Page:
SANTIAGO – Chilean police seizes on a weekly basis large amounts of cocaine base, or pasta base in Chilean. The country has one of the highest rates of users in Latin-America, and the numbers continue to increase. More than a health problem, cocaine base is a social problem in Chile, with its roots in Pinochet’s dictatorship.
A small press release from the Chilean Investigative Police (PDI) on Monday morning. 262 kilos of cocaine base had been seized in the Valparaíso and Santiago region. The drugs consisted of 4 million doses. Although the seizure was big enough to make national headlines, the Chilean authorities seem to be fighting a running battle here.
For years, the use of cocaine base has been much more than just a criminal problem. It is a social problem, with its roots deeply embedded in Chile’s political history.
The so-called “poor man’s cocaine” is a chemical substance, a mixture of cocaine leaf extract, methanol and kerosene. Despite its cheaper price compared to powder cocaine, it still contains a relatively high percentage of cocaine sulfate. It is often smoked in cigarettes or marihuana joints and generates a short high that users compare to an adrenalin or energy kick. The effect, combined with the price, has made this drug globally popular among lower classes, and in Chile the majority of cocaine base users live in the poblaciónes.
Chile leads in Latin-America when it comes to pasta base
Chile leads in Latin-America when it comes to the percentage of pasta base users. According to a 2014 investigation led by the Organization of American States and the Inter-American Drug Abuse Control Commission, 5.3 percent of Chilean high school students had smoked the substance, while in Bolivia, number two on the list, only 1.8 percent of the students had used cocaine base at least once.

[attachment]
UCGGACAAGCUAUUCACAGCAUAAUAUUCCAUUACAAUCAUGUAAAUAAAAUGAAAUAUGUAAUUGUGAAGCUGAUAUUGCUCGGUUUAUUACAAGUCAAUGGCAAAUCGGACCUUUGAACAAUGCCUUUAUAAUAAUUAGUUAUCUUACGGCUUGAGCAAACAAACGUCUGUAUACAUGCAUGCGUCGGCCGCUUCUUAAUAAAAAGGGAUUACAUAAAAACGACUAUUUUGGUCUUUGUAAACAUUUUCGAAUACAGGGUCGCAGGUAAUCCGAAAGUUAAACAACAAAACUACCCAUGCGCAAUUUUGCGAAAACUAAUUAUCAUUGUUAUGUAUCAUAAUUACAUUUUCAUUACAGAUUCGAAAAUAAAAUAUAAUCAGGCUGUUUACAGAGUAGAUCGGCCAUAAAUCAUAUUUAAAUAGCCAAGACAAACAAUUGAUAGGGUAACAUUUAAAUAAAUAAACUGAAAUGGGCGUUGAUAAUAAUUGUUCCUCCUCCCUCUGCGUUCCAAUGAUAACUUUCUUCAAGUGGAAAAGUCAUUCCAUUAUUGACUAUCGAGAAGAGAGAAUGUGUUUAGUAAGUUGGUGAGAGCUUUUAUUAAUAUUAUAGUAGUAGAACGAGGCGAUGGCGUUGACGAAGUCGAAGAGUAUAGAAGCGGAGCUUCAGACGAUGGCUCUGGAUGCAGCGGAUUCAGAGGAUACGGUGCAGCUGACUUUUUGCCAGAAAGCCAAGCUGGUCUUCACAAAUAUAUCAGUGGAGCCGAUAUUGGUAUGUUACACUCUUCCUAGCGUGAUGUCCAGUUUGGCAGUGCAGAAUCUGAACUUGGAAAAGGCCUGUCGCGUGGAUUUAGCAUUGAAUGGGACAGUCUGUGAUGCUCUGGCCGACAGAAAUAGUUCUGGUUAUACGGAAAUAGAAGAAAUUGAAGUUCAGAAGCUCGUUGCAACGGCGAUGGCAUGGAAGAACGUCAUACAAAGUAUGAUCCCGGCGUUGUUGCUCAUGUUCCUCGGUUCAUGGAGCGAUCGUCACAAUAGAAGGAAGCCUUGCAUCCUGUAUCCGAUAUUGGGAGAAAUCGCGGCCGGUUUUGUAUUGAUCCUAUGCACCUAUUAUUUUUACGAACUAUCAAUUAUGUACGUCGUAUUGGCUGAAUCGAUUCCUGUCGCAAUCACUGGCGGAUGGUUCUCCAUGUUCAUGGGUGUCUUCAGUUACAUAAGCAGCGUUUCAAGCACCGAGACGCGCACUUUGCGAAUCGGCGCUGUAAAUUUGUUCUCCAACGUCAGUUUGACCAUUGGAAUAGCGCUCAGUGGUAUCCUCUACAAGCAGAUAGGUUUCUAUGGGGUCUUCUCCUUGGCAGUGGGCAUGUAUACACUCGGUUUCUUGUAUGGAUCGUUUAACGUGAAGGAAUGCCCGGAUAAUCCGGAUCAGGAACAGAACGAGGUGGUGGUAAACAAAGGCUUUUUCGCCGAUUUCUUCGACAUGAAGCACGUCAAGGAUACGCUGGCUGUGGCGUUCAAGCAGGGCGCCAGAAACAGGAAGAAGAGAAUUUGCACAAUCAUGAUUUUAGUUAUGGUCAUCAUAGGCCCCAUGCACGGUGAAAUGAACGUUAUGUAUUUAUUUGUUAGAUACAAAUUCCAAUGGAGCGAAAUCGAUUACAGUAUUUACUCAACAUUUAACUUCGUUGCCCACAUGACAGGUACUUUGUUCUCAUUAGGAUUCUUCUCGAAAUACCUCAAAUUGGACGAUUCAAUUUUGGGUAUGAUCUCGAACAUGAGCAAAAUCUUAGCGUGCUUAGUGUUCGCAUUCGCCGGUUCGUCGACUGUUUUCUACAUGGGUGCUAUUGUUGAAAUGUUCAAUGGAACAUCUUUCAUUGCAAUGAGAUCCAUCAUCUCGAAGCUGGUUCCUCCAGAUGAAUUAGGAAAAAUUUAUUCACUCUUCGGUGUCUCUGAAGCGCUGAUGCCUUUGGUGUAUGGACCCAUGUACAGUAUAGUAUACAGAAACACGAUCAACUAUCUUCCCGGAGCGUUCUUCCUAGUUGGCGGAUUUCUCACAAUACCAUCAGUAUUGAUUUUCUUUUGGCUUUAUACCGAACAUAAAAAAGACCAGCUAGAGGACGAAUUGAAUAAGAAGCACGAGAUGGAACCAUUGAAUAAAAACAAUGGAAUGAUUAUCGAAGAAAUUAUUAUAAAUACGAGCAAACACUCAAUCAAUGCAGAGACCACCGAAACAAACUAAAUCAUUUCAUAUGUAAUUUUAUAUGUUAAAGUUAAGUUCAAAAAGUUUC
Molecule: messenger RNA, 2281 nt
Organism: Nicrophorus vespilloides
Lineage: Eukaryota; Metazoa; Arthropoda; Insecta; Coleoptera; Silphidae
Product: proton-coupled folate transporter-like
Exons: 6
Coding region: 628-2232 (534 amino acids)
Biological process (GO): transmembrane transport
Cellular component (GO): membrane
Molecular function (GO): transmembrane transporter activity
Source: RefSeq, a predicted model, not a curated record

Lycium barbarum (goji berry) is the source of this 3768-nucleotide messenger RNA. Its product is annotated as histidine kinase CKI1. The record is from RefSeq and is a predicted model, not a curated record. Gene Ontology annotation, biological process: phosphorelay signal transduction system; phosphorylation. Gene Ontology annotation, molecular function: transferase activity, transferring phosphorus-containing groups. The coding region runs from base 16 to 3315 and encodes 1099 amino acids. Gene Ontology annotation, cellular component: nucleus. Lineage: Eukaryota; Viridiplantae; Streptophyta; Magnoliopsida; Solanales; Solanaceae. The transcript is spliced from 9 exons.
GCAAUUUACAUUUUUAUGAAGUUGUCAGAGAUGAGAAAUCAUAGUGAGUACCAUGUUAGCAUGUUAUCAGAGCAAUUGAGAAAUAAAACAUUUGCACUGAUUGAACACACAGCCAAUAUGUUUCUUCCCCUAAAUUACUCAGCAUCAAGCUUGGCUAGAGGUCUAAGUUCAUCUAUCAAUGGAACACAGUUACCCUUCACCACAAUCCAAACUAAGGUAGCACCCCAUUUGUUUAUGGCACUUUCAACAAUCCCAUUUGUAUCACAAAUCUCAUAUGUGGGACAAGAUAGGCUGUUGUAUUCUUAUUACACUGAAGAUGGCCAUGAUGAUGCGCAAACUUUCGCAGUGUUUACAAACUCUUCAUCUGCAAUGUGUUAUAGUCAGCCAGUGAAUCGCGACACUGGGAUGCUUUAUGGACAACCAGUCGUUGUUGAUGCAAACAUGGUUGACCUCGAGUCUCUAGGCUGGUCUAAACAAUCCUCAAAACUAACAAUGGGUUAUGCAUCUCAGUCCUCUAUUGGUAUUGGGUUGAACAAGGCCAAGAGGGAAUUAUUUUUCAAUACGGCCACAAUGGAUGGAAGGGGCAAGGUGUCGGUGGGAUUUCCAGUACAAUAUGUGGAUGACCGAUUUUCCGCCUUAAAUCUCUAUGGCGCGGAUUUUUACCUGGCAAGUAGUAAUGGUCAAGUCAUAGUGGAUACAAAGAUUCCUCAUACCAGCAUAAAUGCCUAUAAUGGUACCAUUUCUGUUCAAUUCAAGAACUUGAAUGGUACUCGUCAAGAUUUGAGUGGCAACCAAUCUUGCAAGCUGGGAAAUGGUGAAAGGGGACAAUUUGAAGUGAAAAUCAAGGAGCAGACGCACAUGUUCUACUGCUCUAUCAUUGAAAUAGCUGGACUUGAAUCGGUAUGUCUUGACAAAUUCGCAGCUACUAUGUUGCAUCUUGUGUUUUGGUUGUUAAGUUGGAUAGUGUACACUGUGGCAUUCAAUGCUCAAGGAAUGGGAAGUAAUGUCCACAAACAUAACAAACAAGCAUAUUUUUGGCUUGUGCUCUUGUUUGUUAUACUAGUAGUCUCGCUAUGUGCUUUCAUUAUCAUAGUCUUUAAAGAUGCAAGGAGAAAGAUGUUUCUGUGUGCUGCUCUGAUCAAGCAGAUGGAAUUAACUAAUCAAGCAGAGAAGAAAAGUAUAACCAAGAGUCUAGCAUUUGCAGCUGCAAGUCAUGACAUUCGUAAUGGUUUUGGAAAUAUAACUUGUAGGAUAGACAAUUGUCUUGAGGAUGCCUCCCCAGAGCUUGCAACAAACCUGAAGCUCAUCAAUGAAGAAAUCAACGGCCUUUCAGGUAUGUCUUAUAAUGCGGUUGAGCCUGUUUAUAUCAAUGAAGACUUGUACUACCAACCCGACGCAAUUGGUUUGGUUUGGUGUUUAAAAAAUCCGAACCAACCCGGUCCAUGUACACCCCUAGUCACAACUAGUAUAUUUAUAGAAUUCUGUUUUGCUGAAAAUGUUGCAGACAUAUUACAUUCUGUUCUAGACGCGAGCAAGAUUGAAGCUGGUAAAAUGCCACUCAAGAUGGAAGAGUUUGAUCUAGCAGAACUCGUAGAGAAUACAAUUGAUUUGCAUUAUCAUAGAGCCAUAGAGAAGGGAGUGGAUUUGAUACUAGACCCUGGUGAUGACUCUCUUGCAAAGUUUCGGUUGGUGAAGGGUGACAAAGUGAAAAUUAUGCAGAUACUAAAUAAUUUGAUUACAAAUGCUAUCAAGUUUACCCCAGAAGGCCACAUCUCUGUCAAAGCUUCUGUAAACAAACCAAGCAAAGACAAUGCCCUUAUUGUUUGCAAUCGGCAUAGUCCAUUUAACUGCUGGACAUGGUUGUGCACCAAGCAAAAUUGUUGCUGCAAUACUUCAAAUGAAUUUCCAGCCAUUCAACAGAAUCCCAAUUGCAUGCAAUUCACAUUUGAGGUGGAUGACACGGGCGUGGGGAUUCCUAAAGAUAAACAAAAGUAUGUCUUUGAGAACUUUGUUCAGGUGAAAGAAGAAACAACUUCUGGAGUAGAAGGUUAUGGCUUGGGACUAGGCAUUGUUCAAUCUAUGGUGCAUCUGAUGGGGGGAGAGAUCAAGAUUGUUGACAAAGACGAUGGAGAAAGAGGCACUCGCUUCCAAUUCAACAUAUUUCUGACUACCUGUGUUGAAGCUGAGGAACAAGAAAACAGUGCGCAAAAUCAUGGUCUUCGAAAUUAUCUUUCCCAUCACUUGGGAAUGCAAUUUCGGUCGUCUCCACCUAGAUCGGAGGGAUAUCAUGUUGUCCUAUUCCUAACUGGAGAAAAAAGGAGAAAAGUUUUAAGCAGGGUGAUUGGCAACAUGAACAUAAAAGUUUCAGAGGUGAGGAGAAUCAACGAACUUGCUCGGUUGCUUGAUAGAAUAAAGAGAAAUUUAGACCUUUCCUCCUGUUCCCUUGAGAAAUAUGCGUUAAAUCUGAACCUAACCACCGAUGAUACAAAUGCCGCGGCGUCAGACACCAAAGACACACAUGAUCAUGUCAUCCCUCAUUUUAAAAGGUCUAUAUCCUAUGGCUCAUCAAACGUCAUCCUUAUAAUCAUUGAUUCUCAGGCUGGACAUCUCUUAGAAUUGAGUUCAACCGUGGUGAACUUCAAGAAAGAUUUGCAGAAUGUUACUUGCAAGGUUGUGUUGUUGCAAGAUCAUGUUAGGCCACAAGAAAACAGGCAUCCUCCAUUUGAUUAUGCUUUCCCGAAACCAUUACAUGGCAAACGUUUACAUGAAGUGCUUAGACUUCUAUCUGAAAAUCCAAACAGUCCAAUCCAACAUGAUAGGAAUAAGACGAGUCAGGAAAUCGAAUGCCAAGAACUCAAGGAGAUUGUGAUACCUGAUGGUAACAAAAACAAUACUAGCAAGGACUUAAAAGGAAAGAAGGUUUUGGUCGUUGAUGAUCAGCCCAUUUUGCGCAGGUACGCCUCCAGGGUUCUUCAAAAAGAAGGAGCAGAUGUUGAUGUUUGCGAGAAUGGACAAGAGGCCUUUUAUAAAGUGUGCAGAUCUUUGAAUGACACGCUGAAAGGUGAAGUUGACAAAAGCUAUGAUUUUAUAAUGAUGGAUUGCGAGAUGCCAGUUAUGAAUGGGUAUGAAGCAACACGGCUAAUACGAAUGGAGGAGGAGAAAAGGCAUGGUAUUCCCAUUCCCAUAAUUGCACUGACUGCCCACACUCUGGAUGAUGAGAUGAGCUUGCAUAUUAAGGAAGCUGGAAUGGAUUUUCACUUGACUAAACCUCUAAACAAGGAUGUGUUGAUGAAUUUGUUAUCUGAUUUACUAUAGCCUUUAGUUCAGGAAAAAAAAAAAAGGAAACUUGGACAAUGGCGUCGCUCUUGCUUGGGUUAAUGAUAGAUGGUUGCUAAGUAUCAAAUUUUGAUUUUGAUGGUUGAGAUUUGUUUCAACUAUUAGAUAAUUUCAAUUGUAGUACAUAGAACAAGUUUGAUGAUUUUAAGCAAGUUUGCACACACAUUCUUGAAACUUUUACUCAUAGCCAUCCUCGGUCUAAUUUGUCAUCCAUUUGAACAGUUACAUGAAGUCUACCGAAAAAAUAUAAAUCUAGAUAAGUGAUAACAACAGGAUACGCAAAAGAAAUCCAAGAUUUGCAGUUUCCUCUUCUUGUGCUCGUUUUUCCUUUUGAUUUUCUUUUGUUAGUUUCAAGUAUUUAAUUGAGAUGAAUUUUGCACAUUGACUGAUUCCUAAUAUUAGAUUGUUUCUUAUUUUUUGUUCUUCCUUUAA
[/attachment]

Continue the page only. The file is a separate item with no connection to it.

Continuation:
Looking at the general population, 3.1 percent of the Chileans had used the drugs. In Peru, number two on the list, this was 1.3 percent. Where countries as Brazil, Argentina and Uruguay are seeing increasing numbers as well, cocaine base in Chile has become symbolic for the deterioration of the Chilean lower-class society. Exactly what pasta base was introduced for in Chile.
Read tomorrow about how Pinochet introduced cocaine base to the Chilean poblaciónes – and made millions of it.
Watch how ‘paco’ destroys neighborhoods in Buenos Aires, Argentina
Editor-In-Chief Boris van der Spek is the founder of Chile Today. He worked in Colombia, Surinam and the Netherlands as reporter and works with international media during major events, like the social crisis, the elections and the Pope’s visit.